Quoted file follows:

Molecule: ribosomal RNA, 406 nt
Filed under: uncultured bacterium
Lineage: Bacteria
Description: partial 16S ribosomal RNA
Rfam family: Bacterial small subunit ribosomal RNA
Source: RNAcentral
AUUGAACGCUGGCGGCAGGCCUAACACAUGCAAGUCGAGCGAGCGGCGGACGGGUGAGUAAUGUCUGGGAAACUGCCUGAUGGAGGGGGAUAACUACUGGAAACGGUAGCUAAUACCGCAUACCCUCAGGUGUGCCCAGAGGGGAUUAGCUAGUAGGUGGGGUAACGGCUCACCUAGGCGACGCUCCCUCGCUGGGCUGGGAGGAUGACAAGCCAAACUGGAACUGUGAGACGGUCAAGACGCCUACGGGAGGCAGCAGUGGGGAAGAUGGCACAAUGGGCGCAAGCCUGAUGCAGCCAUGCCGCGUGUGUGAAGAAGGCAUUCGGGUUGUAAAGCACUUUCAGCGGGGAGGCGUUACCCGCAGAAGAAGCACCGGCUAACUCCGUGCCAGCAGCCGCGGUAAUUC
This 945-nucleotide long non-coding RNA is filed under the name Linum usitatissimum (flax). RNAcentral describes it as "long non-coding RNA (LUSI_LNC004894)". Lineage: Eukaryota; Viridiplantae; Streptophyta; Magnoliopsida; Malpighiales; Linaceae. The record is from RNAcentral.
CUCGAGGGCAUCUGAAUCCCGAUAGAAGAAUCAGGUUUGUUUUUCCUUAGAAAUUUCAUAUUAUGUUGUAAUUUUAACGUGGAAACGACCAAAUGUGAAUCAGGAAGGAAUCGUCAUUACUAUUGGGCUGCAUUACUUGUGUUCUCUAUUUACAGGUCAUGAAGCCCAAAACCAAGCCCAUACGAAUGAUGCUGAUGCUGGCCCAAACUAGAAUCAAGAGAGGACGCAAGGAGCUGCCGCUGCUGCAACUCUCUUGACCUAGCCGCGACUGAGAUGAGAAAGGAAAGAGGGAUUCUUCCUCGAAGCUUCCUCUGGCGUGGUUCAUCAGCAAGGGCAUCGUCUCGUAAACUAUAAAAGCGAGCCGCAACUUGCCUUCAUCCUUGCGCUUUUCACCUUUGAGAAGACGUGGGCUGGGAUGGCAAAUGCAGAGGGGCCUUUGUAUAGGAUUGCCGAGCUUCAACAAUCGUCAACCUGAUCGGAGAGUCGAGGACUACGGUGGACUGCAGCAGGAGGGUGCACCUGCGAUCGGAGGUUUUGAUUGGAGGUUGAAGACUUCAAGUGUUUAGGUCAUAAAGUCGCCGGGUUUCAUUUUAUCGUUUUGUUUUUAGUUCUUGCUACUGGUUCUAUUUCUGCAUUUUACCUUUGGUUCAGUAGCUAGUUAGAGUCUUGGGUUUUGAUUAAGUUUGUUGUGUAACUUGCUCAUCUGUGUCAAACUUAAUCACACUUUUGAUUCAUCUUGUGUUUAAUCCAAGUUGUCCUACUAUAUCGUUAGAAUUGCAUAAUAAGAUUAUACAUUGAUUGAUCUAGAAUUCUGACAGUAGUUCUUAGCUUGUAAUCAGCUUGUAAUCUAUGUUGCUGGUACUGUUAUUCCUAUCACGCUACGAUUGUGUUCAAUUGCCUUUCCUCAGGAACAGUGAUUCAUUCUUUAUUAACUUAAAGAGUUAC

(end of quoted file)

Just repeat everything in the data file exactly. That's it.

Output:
Molecule: ribosomal RNA, 406 nt
Filed under: uncultured bacterium
Lineage: Bacteria
Description: partial 16S ribosomal RNA
Rfam family: Bacterial small subunit ribosomal RNA
Source: RNAcentral
AUUGAACGCUGGCGGCAGGCCUAACACAUGCAAGUCGAGCGAGCGGCGGACGGGUGAGUAAUGUCUGGGAAACUGCCUGAUGGAGGGGGAUAACUACUGGAAACGGUAGCUAAUACCGCAUACCCUCAGGUGUGCCCAGAGGGGAUUAGCUAGUAGGUGGGGUAACGGCUCACCUAGGCGACGCUCCCUCGCUGGGCUGGGAGGAUGACAAGCCAAACUGGAACUGUGAGACGGUCAAGACGCCUACGGGAGGCAGCAGUGGGGAAGAUGGCACAAUGGGCGCAAGCCUGAUGCAGCCAUGCCGCGUGUGUGAAGAAGGCAUUCGGGUUGUAAAGCACUUUCAGCGGGGAGGCGUUACCCGCAGAAGAAGCACCGGCUAACUCCGUGCCAGCAGCCGCGGUAAUUC
This 945-nucleotide long non-coding RNA is filed under the name Linum usitatissimum (flax). RNAcentral describes it as "long non-coding RNA (LUSI_LNC004894)". Lineage: Eukaryota; Viridiplantae; Streptophyta; Magnoliopsida; Malpighiales; Linaceae. The record is from RNAcentral.
CUCGAGGGCAUCUGAAUCCCGAUAGAAGAAUCAGGUUUGUUUUUCCUUAGAAAUUUCAUAUUAUGUUGUAAUUUUAACGUGGAAACGACCAAAUGUGAAUCAGGAAGGAAUCGUCAUUACUAUUGGGCUGCAUUACUUGUGUUCUCUAUUUACAGGUCAUGAAGCCCAAAACCAAGCCCAUACGAAUGAUGCUGAUGCUGGCCCAAACUAGAAUCAAGAGAGGACGCAAGGAGCUGCCGCUGCUGCAACUCUCUUGACCUAGCCGCGACUGAGAUGAGAAAGGAAAGAGGGAUUCUUCCUCGAAGCUUCCUCUGGCGUGGUUCAUCAGCAAGGGCAUCGUCUCGUAAACUAUAAAAGCGAGCCGCAACUUGCCUUCAUCCUUGCGCUUUUCACCUUUGAGAAGACGUGGGCUGGGAUGGCAAAUGCAGAGGGGCCUUUGUAUAGGAUUGCCGAGCUUCAACAAUCGUCAACCUGAUCGGAGAGUCGAGGACUACGGUGGACUGCAGCAGGAGGGUGCACCUGCGAUCGGAGGUUUUGAUUGGAGGUUGAAGACUUCAAGUGUUUAGGUCAUAAAGUCGCCGGGUUUCAUUUUAUCGUUUUGUUUUUAGUUCUUGCUACUGGUUCUAUUUCUGCAUUUUACCUUUGGUUCAGUAGCUAGUUAGAGUCUUGGGUUUUGAUUAAGUUUGUUGUGUAACUUGCUCAUCUGUGUCAAACUUAAUCACACUUUUGAUUCAUCUUGUGUUUAAUCCAAGUUGUCCUACUAUAUCGUUAGAAUUGCAUAAUAAGAUUAUACAUUGAUUGAUCUAGAAUUCUGACAGUAGUUCUUAGCUUGUAAUCAGCUUGUAAUCUAUGUUGCUGGUACUGUUAUUCCUAUCACGCUACGAUUGUGUUCAAUUGCCUUUCCUCAGGAACAGUGAUUCAUUCUUUAUUAACUUAAAGAGUUAC